This Jack Wills store relies not on technology, but on brilliant retail theatre.
Take one medieval market town in Surrey, add a Grade II-listed 17th-century manor house where Sir Winston Churchill once stayed, then introduce an iconic British retail brand.
What do you get?
A unique in-store experience like no other.
For behind the magnificent Georgian façade of this Jack Wills outlet in Reigate lies a real gem.
‘Outfitters to the gentry’
The house, over its three floors, is arranged just as it would have been.
Founded in Salcombe 17 years ago by Robert Shaw and chief executive Peter Williams, Jack Wills has become the archetypal British brand – the sign outside proclaiming ‘outfitters to the gentry’ – carving a special niche amongst the well-heeled university generation.
Much is written about technology driving in-store experience, but this espouses none of that.
The sheer majesty of the house – for it really shouldn’t be described as a store – is such that there really is no need for technology.
On entering, the grand hallway is all wood panelling and bare floorboards, lending a marvellous patina to the experience.
This is no show home – its age very clear – and it is all the better for it.
It is as if you have been invited round to a warm, convivial house party.
I’m told the house, over its three floors, is arranged just as it would have been.
An enticing environment
The fitting rooms are laid out as a bedroom and are simply stunning.
The magnificent hallway has a staircase leading enticingly to further rooms upstairs whilst the large drawing room leading off the hallway is filled with merchandise laid out using some of the original fixtures and fittings.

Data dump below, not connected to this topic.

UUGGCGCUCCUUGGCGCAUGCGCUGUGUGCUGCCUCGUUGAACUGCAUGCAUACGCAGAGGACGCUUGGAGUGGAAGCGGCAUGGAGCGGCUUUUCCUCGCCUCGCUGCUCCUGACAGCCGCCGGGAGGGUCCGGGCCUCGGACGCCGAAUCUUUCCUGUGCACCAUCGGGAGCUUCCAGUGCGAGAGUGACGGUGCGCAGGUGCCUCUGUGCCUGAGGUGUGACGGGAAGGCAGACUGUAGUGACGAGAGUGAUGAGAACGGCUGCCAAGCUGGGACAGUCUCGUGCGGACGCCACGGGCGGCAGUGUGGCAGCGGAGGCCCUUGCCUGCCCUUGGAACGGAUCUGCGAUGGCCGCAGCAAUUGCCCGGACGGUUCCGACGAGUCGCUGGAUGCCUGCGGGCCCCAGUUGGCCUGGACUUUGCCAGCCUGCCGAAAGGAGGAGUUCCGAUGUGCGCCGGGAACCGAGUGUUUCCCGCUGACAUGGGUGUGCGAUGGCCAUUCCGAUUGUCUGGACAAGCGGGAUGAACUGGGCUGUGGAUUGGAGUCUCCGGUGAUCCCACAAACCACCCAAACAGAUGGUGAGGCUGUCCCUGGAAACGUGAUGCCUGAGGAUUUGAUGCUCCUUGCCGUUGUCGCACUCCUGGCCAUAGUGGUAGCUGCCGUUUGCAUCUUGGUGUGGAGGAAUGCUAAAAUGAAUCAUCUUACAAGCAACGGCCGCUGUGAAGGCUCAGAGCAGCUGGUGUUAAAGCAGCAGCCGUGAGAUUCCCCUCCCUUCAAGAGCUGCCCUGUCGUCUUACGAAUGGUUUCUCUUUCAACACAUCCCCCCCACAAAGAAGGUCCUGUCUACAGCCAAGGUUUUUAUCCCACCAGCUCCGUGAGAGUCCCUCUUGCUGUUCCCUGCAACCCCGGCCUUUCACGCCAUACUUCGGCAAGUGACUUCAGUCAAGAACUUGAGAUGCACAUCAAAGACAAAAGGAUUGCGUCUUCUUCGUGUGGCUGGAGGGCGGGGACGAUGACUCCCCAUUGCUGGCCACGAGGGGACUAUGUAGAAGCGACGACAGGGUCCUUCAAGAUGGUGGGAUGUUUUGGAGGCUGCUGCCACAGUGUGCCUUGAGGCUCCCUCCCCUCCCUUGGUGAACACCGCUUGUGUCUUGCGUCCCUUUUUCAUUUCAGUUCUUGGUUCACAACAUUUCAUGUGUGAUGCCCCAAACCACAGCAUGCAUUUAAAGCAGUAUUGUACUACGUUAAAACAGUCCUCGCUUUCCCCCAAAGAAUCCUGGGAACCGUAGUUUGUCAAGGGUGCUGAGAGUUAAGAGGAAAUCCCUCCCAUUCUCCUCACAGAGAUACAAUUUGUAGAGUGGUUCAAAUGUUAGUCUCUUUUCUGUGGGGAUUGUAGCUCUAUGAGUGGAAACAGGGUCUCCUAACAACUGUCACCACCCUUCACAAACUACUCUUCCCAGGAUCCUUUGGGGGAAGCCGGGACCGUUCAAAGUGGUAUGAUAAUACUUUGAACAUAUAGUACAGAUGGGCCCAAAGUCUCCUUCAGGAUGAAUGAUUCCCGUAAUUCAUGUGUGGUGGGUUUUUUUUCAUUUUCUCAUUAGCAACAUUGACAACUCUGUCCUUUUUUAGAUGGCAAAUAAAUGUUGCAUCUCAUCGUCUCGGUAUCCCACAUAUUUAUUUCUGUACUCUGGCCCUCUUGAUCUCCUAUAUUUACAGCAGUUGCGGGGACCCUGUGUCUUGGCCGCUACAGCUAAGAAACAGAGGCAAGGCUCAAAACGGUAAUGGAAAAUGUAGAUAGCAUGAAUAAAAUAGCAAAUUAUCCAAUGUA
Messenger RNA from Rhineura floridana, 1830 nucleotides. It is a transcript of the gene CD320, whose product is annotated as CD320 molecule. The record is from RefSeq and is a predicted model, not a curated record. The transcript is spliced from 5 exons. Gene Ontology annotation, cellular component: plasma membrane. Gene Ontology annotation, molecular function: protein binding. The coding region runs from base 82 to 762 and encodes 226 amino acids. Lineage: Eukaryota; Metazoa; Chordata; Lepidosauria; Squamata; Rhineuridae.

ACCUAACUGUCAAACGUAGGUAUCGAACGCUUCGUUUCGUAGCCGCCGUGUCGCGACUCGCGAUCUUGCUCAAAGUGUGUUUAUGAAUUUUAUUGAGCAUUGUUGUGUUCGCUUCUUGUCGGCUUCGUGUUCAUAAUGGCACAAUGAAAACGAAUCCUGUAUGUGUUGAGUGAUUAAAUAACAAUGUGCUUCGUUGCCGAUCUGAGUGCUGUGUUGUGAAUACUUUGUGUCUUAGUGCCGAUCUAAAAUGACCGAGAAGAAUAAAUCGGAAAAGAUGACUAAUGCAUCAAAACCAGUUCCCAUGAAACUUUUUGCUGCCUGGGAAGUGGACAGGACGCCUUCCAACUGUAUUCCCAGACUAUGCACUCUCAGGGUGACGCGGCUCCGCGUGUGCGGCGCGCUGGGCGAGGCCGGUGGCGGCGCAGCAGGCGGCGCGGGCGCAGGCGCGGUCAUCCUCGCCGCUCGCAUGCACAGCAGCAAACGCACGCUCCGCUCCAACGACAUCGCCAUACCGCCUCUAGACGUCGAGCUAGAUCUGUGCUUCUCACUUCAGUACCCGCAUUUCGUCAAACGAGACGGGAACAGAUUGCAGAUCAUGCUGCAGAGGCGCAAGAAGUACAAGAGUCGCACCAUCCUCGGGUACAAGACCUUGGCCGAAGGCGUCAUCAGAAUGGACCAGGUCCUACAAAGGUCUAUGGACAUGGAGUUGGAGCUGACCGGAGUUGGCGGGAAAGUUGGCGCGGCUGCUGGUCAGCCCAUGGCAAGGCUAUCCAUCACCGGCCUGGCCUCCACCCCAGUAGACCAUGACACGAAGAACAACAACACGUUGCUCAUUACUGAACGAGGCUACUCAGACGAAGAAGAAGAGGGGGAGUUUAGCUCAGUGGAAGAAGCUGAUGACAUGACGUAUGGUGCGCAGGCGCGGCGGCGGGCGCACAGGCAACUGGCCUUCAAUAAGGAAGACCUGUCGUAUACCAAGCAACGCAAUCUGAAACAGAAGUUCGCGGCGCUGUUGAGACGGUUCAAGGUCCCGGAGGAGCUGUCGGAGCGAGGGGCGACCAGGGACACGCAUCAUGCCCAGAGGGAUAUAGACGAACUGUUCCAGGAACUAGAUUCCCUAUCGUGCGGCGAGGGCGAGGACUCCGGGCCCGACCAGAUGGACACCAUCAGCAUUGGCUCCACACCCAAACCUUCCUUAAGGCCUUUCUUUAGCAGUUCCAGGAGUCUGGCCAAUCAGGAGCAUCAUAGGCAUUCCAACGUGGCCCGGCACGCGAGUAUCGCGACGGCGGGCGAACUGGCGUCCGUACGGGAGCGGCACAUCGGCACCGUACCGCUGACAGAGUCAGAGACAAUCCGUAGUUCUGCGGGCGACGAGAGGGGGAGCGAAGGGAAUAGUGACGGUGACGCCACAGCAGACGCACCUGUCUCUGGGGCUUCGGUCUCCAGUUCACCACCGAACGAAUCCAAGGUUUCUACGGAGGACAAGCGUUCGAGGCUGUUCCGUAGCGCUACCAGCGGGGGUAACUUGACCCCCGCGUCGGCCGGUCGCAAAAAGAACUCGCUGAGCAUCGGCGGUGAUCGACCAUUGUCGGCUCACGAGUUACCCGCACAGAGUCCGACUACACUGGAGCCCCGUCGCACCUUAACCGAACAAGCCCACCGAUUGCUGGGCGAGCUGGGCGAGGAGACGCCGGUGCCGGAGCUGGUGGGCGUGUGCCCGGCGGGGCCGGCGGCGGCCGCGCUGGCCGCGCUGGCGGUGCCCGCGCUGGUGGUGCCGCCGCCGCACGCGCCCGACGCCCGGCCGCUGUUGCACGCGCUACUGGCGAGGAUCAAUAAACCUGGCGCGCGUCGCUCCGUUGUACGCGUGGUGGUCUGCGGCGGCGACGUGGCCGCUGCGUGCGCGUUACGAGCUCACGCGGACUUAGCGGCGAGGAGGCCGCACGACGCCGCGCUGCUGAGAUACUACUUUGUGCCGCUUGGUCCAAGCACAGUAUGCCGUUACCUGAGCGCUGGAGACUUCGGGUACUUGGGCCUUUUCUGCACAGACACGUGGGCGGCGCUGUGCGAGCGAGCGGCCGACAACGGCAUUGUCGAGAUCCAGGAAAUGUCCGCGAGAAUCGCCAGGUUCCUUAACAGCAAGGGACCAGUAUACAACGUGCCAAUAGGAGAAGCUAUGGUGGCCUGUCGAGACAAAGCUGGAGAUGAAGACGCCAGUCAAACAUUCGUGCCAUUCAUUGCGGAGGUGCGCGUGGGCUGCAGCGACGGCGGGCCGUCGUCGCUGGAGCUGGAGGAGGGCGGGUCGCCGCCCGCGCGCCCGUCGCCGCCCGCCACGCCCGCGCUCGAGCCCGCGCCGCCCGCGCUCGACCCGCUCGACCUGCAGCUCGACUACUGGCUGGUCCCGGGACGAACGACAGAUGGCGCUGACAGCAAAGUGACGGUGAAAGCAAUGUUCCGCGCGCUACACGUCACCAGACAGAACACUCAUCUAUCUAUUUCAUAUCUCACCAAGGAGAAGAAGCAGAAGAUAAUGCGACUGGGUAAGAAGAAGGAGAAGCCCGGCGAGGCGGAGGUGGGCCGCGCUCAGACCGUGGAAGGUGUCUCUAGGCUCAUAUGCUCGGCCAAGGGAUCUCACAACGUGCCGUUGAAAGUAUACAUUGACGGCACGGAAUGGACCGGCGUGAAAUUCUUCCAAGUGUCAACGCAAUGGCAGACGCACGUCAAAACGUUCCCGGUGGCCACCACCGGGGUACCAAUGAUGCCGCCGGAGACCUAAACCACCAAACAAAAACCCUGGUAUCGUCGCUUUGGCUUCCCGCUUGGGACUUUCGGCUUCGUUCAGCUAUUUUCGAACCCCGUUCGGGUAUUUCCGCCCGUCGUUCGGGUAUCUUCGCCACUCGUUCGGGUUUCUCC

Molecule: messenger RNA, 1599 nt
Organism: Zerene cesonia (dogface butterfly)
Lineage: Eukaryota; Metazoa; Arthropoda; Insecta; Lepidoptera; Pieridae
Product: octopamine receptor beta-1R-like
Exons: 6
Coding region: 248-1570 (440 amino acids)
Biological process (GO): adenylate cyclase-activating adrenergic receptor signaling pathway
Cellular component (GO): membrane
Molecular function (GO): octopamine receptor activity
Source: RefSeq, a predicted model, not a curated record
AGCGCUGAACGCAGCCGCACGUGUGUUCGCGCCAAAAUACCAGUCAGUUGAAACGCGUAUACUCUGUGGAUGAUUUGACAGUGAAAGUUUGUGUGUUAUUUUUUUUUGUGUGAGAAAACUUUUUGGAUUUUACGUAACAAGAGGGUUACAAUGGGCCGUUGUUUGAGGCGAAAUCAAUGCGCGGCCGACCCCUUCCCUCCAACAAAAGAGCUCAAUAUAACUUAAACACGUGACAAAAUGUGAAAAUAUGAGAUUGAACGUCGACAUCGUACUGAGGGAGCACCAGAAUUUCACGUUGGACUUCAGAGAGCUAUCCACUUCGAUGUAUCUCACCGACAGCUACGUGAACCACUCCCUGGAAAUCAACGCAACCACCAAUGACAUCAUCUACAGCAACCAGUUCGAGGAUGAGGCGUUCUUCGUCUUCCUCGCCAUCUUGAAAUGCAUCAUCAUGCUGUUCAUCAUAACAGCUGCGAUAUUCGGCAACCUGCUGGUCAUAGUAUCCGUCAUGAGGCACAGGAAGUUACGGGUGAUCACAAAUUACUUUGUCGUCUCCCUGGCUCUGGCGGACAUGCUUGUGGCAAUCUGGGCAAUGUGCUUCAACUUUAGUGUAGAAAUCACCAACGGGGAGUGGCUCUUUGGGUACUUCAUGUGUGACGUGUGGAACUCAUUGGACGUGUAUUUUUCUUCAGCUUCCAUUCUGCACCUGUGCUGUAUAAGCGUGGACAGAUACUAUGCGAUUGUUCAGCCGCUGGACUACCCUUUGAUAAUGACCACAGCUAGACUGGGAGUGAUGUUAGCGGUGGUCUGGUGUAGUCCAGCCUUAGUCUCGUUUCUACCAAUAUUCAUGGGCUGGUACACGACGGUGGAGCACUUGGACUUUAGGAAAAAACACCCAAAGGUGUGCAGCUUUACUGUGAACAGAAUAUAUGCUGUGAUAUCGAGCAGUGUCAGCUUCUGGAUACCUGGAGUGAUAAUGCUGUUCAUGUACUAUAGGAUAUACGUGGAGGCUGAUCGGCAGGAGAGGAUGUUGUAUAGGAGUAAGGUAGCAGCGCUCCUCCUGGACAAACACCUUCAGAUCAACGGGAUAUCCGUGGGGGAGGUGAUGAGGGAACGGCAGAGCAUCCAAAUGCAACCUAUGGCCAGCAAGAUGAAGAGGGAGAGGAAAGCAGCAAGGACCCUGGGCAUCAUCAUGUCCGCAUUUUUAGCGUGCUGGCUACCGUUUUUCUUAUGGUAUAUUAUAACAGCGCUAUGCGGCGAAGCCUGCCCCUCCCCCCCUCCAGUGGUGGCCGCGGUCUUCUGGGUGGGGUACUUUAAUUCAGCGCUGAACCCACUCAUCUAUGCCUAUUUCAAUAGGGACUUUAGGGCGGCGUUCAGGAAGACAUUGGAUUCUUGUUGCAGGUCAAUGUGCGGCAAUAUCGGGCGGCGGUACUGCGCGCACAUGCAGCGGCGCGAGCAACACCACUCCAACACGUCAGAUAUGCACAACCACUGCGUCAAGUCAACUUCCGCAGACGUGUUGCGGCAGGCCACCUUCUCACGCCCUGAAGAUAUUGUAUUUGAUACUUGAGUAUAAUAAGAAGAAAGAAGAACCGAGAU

On chatting to the store colleagues, it is clear that they love the place and recognise how special the house, as they refer to it, is.
Floorboards creak underfoot as I make my way upstairs, however nothing could have prepared me for what I was about to encounter.
As the faded sign on the wall indicates, I am about to enter the ‘bathing room’.
Sash windows, wooden shutters, or recessed window seats I might have expected.
But right in the centre of the room, filled with Jack Wills merchandise, is an old roll-top bath.
Could this be where Sir Winston once had a soak?
Even the old loo is still in situ.
Exploring further to the top floor, I encounter the fitting rooms which are laid out as a bedroom.
In-store on steroids
This is in-store experience on steroids.
We often refer to the theatre of retail and there are some great examples (think Liberty, Selfridges, Fortnum & Mason).
But little comes close to this.
If you’re seeking inspiration and an antidote to the unrelenting march of technology, this might just be for you.